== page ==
When the Israelites went down to Egypt, they lost knowledge and practice of the Sabbath. The Egyptians had a ten-day work week (Fagan, p 476). After God brought them out of Egypt in Exodus chapters 12-14, one of His first acts in the desert was to reveal to them the true Sabbath.
In Exodus chapter 16, the Bible records the miraculous giving of the manna from Heaven. God told the Israelites to gather manna for five days and on the sixth day to gather twice as much. On the seventh day, they were not to gather any. He even said in Exodus 16:29, “Bear in mind that the Lord has given you the Sabbath; that is why on the sixth day he gives you bread for two days.” Many people have heard the story of the manna in the desert. Very few know that the entire lesson of the manna was to show them the true Sabbath day!
From the time that the manna was given in Exodus 16, the Jewish people have preserved this day. In the Bible and the Jewish culture, the Sabbath is the only day of the week that is named. The other days of the week are named “first day”, “second day”, “third day”, etc. This is why no day of the week except Sabbath is named in the Bible.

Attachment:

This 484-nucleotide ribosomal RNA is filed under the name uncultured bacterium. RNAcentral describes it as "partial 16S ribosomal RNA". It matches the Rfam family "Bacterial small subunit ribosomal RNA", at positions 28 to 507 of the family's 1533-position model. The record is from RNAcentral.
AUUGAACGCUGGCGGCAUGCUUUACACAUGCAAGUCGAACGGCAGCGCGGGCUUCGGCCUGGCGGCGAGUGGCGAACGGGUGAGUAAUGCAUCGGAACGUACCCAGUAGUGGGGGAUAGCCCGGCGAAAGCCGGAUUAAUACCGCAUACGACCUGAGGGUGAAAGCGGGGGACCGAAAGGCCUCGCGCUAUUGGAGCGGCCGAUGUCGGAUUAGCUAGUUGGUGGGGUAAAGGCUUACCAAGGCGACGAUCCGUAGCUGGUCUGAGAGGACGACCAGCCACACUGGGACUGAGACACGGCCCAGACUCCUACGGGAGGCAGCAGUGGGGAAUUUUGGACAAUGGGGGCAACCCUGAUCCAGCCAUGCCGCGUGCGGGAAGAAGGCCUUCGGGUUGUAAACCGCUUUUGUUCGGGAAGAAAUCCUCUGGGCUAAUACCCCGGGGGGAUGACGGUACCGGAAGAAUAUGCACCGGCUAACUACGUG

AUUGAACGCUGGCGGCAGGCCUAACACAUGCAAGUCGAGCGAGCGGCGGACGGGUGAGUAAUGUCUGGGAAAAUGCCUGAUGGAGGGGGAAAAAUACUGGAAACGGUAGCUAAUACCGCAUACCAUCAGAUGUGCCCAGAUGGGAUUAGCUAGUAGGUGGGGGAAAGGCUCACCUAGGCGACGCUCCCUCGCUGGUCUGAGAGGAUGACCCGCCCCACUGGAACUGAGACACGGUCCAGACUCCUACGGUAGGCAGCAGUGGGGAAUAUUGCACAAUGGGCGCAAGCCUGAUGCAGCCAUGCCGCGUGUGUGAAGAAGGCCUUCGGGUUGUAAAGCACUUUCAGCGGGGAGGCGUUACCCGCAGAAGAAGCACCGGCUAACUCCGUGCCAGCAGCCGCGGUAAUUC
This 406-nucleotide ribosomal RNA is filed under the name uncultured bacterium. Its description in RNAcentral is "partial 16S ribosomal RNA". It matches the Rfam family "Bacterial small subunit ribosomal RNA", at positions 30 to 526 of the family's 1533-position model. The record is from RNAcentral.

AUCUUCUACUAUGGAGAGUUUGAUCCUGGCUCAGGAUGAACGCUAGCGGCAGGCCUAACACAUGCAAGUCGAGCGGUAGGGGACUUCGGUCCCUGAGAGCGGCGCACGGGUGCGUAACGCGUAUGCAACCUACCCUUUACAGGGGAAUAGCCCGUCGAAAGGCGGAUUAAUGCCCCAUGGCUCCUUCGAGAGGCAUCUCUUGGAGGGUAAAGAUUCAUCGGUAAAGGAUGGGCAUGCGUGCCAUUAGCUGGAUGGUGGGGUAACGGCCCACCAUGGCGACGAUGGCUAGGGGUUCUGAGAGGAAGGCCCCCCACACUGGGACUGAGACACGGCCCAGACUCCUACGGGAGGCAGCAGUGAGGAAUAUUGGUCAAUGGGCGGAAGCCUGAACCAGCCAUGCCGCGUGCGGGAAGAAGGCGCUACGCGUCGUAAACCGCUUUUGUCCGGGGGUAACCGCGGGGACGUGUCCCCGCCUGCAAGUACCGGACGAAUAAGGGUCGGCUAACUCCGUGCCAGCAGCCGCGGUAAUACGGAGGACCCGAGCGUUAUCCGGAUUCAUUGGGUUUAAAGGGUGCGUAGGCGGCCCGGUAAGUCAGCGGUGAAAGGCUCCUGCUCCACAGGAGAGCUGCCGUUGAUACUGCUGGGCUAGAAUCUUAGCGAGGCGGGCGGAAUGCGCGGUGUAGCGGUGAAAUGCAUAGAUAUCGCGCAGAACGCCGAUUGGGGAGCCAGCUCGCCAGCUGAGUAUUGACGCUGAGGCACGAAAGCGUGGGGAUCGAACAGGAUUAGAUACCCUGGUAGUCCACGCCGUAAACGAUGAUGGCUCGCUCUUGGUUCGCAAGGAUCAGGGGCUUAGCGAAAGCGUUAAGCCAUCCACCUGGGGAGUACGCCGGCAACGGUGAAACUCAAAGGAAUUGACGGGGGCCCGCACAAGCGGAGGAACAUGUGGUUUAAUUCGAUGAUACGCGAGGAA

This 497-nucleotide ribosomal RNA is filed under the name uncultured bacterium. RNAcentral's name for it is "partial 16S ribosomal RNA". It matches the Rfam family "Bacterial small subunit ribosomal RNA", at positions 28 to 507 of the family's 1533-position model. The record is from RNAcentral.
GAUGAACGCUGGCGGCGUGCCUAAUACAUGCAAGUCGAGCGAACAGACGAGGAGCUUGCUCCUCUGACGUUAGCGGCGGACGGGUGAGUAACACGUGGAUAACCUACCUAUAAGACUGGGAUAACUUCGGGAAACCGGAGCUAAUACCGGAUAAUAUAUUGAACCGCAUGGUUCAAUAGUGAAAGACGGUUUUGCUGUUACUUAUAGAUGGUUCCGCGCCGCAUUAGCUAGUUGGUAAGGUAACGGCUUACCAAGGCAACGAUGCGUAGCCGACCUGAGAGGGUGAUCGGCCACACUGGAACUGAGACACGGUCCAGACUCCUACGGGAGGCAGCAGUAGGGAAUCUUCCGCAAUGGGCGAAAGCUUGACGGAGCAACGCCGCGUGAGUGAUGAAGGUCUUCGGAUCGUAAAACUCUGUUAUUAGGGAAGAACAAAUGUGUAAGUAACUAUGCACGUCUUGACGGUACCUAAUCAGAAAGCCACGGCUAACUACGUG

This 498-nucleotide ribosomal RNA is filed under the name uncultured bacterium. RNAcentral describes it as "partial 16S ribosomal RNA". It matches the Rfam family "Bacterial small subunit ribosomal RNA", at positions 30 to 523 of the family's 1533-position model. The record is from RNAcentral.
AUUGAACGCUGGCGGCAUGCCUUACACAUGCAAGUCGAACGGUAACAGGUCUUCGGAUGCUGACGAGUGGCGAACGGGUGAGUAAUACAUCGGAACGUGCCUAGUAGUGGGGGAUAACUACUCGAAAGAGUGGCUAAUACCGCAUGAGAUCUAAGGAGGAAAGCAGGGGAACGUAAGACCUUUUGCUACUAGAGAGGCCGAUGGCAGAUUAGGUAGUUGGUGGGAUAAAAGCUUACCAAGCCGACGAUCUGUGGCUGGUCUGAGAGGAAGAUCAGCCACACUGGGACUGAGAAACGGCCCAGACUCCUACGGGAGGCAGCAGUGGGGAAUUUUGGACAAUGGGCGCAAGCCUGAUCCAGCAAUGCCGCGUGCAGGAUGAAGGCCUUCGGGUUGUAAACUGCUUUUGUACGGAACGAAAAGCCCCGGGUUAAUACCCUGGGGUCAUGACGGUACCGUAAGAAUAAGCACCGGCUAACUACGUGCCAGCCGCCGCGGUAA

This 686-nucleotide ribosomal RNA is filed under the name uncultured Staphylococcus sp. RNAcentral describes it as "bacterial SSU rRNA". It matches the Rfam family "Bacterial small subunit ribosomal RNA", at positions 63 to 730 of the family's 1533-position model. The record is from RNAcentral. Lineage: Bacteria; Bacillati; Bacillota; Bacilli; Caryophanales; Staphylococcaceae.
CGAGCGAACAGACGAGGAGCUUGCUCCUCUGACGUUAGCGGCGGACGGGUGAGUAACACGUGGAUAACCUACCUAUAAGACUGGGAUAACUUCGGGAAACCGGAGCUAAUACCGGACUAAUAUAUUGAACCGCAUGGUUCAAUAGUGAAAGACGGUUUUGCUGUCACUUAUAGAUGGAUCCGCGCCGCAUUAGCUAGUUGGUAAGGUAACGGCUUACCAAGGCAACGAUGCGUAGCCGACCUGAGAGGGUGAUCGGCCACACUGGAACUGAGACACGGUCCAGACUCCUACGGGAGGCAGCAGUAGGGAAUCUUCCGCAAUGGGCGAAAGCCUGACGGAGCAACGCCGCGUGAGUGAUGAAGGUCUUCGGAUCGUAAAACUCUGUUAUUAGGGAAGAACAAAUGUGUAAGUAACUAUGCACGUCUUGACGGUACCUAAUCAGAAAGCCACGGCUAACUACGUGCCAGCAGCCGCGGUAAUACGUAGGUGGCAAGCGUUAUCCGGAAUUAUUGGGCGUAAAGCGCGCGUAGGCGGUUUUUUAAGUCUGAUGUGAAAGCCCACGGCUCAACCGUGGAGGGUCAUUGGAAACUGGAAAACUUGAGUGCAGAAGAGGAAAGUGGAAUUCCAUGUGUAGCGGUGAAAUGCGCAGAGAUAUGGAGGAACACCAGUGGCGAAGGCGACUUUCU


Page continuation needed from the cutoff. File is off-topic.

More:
This is one reason why it has been easy for the Jewish people to the Sabbath. It is the same day kept in Jesus’ time and the same day kept by them today. Despite the persecution of the Babylonians, Greeks, Romans, Muslims, Catholic Inquisitions, and Nazi Germany, they have held on to the Sabbath.
But there is more evidence that we can use to determine when the day of the week of the Sabbath. In the first few centuries AD, several Roman historians noted which day of the week that the Jewish people rested. We have some of them listed below:
Frontinus (30-103 AD) “The deified Vespasian Augustus attacked the Jews on the day of Saturn, a day on which it is sinful for them to do any business, and so defeated them” (Strategems, book 2).
The Roman Historian Cassius Dio tells us that the Jewish people rested on the day that the Romans called the day of Saturn. “As it was, they made an excavation of what are called the days of Saturn and by doing no work at all on those days afforded the Romans an opportunity in this interval to batter down the wall…They build to him a temple that was extremely large and beautiful, except in so far as it was open and roofless, and likewise dedicated to him the day called the day of Saturn, on which, among many other most peculiar observances, they undertake no serious occupation” (Cassius Dio, Roman History, 37.16.2; 37.17.3).